Does your organization encourage or discourage your Social Media activity?

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No Bull Shiitake: Why I follow Guy Kawasaki

Posted on November 12, 2008. Filed under: Observations, Social Media | Tags: , , , , , , |

Guy Kawasaki

There are lots of tools and articles that provide recommendations of people to follow on Twitter and elsewhere in the Social Mediaverse.

But few provide the why. For new users and experienced alike, finding new and interesting people to follow is part of the excitement of being engaged in Social Media / Networking. Only yesterday I spoke with someone who considered themselves what could best be defined as an “intermediate” level user, who had never heard of Chris Brogan, and was very grateful that I could provide a recommendation for both Chris’ blog and to follow him on Twitter.

So why do I follow these particular people? Engagement. For me there are a few people who not only provide great material but actually bother to engage with their followers in a way that humanizes the conversation. In effect brings the “Social” emphasis to the fore.

Yesterday I wrote about the metrics that are often applied to determining who the “Influencers” are in Social Media and how flawed I believe those metrics to be. I also proposed a new measure – Engagement Factor, based on the level of “conversation” occurring between these Influencers and their audience.

Chris Brogan wrote on his blog about how he uses Twitter at volume. He talks about the four keys to his use of Twitter as being:

  • Be Helpful
  • Be Informative
  • Be Human
  • Be Responsive

He goes on to mention that being helpful is sometimes particularly difficult, with 20,000 follows if only 1% direct message him asking for help, he receives 200 requests in a day. If his only task in life were to answer those requests he might just make it, but of course that isn’t his only job, he has a full time job and is a prolific writer, so sometimes people get disappointed.

Yesterday I direct messaged Guy Kawasaki, twice, he responded both times. Again this is someone that has more than 20,000 followers. I asked him to take a look at yesterday’s post and give me his thoughts – how many requests does he get like that a day? But he took the time to review it, and point out that my proposed metric didn’t account for direct messages (I had covered that in the post) which was a fair comment, he also mentioned that he replies to around 50 – 60 DM’s a day.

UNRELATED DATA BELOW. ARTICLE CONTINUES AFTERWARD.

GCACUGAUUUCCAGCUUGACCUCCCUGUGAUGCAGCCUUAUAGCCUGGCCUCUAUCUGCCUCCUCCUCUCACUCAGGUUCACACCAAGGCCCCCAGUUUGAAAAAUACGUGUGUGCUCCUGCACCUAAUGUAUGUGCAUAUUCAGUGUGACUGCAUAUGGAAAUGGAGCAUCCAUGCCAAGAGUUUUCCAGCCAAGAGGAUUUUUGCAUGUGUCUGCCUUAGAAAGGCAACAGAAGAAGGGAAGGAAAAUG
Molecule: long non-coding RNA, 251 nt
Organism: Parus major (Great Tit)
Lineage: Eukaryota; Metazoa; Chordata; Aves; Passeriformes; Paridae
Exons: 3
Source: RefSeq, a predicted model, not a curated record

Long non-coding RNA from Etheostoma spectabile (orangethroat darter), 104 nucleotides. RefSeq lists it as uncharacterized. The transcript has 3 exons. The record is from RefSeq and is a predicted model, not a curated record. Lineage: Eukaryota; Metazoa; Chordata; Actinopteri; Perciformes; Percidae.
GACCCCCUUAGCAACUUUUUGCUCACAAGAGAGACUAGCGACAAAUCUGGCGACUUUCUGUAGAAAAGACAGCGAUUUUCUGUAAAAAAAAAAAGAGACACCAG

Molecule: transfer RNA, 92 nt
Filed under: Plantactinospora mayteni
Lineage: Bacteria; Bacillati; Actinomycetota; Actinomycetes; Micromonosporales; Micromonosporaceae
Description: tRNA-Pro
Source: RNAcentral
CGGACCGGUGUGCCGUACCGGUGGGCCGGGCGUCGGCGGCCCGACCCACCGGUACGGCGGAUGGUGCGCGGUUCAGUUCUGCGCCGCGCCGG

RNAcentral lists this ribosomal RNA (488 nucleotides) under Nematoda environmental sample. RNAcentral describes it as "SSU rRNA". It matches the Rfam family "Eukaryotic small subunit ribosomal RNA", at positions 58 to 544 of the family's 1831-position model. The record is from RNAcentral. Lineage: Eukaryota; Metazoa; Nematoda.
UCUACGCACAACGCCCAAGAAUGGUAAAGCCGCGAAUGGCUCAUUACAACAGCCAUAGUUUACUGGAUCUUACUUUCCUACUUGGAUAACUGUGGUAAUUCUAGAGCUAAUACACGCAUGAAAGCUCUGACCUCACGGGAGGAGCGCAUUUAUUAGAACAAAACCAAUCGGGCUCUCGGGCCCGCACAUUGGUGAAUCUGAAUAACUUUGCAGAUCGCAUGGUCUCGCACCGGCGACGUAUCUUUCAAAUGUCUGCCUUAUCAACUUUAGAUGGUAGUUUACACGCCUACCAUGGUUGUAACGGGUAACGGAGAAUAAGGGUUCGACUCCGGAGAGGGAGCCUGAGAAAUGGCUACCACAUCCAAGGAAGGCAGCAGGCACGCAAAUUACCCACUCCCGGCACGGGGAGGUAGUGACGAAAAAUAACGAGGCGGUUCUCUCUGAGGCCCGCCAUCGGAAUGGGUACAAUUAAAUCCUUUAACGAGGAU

Darren Rowse, the author of Problogger, is another who actually takes the time to respond to direct messages. What unifies these writers is that they all espouse the need for engagement in Social Media, they talk about it on their blogs, they talk about it on Twitter, they teach it to their paying customers, but most importantly they actually practice it. That for me is the reason to follow someone who the Social Mediaverse dubs a “rockstar”.

Take these things in context, just because you DM, email or @reply to one of these people and they don’t reply doesn’t mean they aren’t engaging with you. Before you hit send, think about your message. Is your message simply a method of getting you attention?

Guy Kawasaki in his recent post on attracting more Twitter follows says:

Send @ messages to the smores. They probably won’t answer you, but that’s okay. All you want to do is appear like you have a relationship with them to enhance your credibility. The theory is, “If she is tweeting with @scobleizeer, she must be worth following.” Bull shiitake logic, admittedly, but it helps. To bastardize what a famous PR person once told me, “It’s not who you know. It’s who appears to know you.”

If this is the strategy you are following, then don’t be surprised that they don’t answer you. If you are expecting an answer then think about what it is you are asking of them. You want them to review your blog – whats the content really like, what is the fit between your blog and their writing?, You want them to come to your event – whats the reason you want them to do that? In other words, just because they are the “rockstars” who promote engagement don’t imagine for one minute that engagement is a one way street. If you can’t be bothered to do your research and engage with them ask yourself why they should engage with you. At a recent Tweetup in Austin, Robert Scoble talked about why he left LinkedIn, he was tired of people simply wanting to connect with him so he would introduce them to someone beneficial in his network. That isn’t engagement that’s exploitation.